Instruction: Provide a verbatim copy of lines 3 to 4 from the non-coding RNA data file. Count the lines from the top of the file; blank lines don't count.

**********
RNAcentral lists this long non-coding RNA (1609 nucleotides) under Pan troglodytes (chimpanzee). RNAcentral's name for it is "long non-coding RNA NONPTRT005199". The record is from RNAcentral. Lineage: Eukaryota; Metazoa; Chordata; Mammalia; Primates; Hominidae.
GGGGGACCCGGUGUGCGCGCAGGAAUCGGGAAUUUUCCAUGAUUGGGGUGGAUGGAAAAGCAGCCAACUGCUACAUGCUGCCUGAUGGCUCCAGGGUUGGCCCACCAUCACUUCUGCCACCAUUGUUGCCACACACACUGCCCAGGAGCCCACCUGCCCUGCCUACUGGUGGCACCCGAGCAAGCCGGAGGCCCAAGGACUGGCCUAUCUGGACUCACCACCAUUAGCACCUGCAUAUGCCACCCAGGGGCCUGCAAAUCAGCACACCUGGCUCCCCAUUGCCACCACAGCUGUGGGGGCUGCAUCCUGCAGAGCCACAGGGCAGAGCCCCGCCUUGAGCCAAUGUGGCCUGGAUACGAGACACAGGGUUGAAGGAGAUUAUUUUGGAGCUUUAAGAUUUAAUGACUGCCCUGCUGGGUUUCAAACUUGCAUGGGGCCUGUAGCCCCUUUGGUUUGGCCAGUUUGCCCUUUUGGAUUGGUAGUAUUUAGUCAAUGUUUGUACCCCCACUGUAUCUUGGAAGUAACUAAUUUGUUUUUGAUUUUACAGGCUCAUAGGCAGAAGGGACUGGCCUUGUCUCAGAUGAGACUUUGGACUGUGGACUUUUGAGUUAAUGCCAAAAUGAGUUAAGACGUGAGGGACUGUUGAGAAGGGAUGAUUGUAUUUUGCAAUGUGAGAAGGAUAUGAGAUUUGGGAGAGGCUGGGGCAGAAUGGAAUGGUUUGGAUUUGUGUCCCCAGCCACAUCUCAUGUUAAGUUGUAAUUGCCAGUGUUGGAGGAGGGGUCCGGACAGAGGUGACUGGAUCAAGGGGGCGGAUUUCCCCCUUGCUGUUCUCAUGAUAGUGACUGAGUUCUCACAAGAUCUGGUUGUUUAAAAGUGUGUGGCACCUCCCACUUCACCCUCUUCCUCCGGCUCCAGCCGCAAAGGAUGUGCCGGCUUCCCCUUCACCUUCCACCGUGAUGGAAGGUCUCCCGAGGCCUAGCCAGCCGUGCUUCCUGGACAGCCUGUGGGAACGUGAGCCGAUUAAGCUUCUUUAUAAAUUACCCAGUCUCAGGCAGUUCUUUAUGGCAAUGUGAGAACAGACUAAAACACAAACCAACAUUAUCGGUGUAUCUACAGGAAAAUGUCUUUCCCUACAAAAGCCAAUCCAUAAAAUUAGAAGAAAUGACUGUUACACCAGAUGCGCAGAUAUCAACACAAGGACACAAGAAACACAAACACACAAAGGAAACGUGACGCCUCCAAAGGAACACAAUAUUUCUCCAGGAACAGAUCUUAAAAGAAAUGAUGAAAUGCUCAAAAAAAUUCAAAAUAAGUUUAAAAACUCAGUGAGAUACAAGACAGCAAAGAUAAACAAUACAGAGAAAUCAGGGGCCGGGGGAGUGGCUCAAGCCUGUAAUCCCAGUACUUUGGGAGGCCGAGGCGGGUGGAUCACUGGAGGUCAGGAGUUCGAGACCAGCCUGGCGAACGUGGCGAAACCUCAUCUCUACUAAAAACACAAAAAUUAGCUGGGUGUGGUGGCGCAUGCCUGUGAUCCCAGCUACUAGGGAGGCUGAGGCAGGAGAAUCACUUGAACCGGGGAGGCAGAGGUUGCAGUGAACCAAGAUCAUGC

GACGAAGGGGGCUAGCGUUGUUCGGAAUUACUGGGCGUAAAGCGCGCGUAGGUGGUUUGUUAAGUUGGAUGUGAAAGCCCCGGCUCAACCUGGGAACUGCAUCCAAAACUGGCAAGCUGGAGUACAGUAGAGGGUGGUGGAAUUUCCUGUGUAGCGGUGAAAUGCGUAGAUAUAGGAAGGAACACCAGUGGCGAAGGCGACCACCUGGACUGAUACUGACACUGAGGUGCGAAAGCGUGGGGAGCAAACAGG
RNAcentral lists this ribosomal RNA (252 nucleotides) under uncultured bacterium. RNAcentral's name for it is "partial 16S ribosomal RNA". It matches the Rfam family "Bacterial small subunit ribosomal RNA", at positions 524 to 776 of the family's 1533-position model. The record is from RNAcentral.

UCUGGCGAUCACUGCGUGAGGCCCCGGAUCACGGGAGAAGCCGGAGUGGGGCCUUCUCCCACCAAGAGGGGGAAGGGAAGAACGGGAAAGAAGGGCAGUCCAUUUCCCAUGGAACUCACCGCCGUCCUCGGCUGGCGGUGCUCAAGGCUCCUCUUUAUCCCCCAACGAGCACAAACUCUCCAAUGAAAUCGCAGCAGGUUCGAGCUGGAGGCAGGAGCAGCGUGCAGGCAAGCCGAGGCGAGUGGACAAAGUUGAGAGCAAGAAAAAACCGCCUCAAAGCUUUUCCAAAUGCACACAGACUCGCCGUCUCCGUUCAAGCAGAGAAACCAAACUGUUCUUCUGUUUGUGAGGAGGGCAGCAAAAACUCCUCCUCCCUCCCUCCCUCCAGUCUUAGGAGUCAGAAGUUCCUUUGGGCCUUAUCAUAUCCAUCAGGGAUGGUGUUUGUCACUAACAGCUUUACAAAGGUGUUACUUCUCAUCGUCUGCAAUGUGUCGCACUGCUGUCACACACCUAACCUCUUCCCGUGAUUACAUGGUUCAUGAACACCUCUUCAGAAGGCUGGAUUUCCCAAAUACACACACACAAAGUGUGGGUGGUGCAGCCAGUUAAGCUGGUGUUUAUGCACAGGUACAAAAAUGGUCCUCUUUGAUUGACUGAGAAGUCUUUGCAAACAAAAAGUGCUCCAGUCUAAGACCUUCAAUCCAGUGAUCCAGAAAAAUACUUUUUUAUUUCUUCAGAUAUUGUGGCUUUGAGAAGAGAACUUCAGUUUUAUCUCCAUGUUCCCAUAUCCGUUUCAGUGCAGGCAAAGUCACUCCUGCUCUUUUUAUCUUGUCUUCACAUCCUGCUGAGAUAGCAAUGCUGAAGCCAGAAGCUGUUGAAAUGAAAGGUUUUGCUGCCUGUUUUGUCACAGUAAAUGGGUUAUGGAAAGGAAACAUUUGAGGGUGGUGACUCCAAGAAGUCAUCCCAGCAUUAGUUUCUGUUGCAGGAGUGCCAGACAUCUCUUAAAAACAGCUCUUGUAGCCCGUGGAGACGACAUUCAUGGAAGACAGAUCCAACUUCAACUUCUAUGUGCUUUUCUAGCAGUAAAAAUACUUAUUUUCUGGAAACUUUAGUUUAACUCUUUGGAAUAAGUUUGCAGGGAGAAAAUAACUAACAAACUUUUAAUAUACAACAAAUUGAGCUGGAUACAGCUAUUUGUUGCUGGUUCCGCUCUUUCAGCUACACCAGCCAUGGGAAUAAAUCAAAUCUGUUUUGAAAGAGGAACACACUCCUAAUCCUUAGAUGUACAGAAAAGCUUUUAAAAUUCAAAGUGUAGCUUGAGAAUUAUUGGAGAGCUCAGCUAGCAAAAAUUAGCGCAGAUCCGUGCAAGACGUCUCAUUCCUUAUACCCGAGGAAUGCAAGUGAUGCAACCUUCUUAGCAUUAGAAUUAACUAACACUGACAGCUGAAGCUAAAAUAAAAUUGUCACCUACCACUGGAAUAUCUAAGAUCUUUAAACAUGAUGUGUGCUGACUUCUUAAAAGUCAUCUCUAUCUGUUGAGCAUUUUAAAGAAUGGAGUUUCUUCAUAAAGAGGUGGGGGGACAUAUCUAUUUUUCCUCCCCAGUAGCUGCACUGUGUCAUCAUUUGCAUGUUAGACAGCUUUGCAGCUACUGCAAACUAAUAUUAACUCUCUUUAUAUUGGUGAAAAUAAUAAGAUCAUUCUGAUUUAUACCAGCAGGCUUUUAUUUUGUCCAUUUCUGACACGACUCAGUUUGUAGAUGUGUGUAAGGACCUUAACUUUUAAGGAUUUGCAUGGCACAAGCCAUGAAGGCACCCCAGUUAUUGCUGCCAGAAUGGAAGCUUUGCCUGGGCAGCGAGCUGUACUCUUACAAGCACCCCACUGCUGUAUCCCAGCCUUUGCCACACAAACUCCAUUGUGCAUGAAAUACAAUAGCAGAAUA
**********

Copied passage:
GACGAAGGGGGCUAGCGUUGUUCGGAAUUACUGGGCGUAAAGCGCGCGUAGGUGGUUUGUUAAGUUGGAUGUGAAAGCCCCGGCUCAACCUGGGAACUGCAUCCAAAACUGGCAAGCUGGAGUACAGUAGAGGGUGGUGGAAUUUCCUGUGUAGCGGUGAAAUGCGUAGAUAUAGGAAGGAACACCAGUGGCGAAGGCGACCACCUGGACUGAUACUGACACUGAGGUGCGAAAGCGUGGGGAGCAAACAGG
RNAcentral lists this ribosomal RNA (252 nucleotides) under uncultured bacterium. RNAcentral's name for it is "partial 16S ribosomal RNA". It matches the Rfam family "Bacterial small subunit ribosomal RNA", at positions 524 to 776 of the family's 1533-position model. The record is from RNAcentral.